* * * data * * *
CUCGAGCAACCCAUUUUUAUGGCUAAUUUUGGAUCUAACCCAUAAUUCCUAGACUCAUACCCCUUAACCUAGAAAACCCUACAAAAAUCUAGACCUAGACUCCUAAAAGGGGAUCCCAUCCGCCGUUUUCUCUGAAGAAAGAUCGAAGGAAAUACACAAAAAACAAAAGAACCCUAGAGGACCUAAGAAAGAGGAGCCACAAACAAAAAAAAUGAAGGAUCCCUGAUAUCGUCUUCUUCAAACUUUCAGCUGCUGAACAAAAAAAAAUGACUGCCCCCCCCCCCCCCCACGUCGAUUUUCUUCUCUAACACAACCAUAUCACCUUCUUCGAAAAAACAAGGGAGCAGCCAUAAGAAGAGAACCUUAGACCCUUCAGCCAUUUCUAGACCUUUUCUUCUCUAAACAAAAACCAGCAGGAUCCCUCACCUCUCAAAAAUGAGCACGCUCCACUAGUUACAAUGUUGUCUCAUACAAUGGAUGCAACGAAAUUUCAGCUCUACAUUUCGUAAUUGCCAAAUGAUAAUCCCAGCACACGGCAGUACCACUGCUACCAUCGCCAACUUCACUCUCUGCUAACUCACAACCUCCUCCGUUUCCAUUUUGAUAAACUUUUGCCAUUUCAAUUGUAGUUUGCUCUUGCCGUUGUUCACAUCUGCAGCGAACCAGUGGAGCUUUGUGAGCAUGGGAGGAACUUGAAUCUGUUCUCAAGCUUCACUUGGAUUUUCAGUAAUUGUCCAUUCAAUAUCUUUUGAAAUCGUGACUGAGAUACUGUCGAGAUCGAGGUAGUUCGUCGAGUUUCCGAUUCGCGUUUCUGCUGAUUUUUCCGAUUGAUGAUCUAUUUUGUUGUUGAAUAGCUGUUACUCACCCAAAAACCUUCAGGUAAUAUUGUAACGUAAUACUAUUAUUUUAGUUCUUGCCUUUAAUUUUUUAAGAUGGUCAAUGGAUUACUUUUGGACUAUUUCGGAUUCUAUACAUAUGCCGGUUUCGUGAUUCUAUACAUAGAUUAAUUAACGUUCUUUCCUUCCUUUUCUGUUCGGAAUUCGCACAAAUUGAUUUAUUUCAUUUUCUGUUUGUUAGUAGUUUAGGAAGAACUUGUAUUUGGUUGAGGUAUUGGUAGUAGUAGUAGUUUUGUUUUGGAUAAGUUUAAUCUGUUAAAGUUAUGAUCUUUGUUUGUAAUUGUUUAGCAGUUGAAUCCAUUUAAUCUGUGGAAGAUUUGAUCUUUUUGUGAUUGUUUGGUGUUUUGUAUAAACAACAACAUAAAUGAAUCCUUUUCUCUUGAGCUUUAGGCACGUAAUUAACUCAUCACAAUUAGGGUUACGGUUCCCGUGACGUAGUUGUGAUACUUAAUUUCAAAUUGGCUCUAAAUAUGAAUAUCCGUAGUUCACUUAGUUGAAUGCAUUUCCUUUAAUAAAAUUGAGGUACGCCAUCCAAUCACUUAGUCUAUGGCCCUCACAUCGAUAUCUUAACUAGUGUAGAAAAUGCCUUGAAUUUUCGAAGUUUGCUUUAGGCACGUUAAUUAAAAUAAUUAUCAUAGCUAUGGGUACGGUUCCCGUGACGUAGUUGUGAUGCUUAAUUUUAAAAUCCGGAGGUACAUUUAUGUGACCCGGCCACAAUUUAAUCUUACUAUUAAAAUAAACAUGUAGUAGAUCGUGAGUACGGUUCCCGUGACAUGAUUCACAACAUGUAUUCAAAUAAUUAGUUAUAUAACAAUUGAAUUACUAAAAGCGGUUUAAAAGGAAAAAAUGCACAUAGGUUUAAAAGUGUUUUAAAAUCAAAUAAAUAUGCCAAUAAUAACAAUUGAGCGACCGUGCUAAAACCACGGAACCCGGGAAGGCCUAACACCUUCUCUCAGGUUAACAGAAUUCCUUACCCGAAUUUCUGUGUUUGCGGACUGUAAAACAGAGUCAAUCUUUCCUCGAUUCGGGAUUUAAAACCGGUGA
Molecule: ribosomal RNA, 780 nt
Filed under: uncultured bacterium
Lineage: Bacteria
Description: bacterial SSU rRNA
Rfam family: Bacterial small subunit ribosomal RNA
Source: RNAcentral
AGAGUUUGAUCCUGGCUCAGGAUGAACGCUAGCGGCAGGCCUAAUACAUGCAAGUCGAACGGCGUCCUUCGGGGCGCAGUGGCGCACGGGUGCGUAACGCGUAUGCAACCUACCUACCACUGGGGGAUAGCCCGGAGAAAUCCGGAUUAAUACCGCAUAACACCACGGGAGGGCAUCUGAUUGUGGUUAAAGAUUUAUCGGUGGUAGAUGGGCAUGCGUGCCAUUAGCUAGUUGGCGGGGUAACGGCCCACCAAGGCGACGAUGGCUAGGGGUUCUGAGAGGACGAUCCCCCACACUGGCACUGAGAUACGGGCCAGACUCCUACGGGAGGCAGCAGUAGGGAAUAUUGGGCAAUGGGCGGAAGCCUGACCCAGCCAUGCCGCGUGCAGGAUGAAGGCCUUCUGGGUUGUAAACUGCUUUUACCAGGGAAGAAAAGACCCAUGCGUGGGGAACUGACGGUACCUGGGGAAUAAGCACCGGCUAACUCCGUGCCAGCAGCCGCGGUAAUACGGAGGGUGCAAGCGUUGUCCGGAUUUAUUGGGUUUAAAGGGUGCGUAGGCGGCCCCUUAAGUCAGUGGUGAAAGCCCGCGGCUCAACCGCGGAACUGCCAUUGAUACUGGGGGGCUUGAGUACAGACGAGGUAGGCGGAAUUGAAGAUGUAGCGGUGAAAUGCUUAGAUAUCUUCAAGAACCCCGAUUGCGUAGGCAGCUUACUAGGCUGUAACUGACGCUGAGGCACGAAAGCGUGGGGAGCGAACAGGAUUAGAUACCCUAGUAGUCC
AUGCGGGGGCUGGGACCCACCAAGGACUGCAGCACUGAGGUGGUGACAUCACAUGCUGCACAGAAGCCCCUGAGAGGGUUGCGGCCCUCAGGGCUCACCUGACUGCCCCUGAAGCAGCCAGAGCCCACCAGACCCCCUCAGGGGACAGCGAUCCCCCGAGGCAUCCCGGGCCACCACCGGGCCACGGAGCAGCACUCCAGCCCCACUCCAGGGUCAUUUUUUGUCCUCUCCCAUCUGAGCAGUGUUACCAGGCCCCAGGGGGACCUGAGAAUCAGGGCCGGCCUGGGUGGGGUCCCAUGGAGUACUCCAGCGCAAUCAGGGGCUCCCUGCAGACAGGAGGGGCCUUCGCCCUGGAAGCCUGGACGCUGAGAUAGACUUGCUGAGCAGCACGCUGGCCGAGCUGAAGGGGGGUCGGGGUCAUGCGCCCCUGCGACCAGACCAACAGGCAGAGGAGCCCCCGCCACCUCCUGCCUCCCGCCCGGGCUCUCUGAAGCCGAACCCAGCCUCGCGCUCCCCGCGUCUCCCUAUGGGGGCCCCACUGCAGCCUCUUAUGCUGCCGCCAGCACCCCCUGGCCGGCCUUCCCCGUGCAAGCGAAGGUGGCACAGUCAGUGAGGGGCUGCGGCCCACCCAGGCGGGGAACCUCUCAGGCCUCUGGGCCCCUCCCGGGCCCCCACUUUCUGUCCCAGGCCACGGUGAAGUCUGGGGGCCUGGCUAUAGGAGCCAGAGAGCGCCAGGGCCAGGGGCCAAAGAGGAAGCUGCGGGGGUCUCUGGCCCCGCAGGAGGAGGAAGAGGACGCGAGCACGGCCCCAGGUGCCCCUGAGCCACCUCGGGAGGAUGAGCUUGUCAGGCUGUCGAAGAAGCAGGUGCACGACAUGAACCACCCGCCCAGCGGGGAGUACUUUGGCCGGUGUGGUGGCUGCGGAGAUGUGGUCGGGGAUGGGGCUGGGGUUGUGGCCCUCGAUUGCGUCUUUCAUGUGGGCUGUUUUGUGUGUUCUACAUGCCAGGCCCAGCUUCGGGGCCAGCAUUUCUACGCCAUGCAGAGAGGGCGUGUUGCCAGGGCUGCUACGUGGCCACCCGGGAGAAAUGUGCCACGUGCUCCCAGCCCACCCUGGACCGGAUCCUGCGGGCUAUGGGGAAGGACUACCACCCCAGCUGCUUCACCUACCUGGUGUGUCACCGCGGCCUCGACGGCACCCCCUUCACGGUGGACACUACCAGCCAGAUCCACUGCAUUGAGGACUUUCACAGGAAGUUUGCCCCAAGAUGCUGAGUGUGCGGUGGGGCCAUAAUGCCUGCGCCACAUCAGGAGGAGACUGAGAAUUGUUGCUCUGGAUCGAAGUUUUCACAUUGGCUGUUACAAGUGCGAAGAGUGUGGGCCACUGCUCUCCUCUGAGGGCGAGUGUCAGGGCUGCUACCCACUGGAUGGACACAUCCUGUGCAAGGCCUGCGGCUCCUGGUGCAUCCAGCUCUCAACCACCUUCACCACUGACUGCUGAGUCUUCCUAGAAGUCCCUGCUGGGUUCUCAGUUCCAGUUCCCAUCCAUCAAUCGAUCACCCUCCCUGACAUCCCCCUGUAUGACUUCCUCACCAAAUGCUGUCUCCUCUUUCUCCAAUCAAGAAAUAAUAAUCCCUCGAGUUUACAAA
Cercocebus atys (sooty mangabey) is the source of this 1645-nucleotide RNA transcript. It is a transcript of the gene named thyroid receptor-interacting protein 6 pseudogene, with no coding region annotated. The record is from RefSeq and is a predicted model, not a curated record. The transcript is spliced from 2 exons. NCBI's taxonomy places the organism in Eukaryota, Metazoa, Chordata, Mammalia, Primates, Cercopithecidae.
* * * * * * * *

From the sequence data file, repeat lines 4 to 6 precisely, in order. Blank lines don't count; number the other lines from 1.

Lineage: Bacteria
Description: bacterial SSU rRNA
Rfam family: Bacterial small subunit ribosomal RNA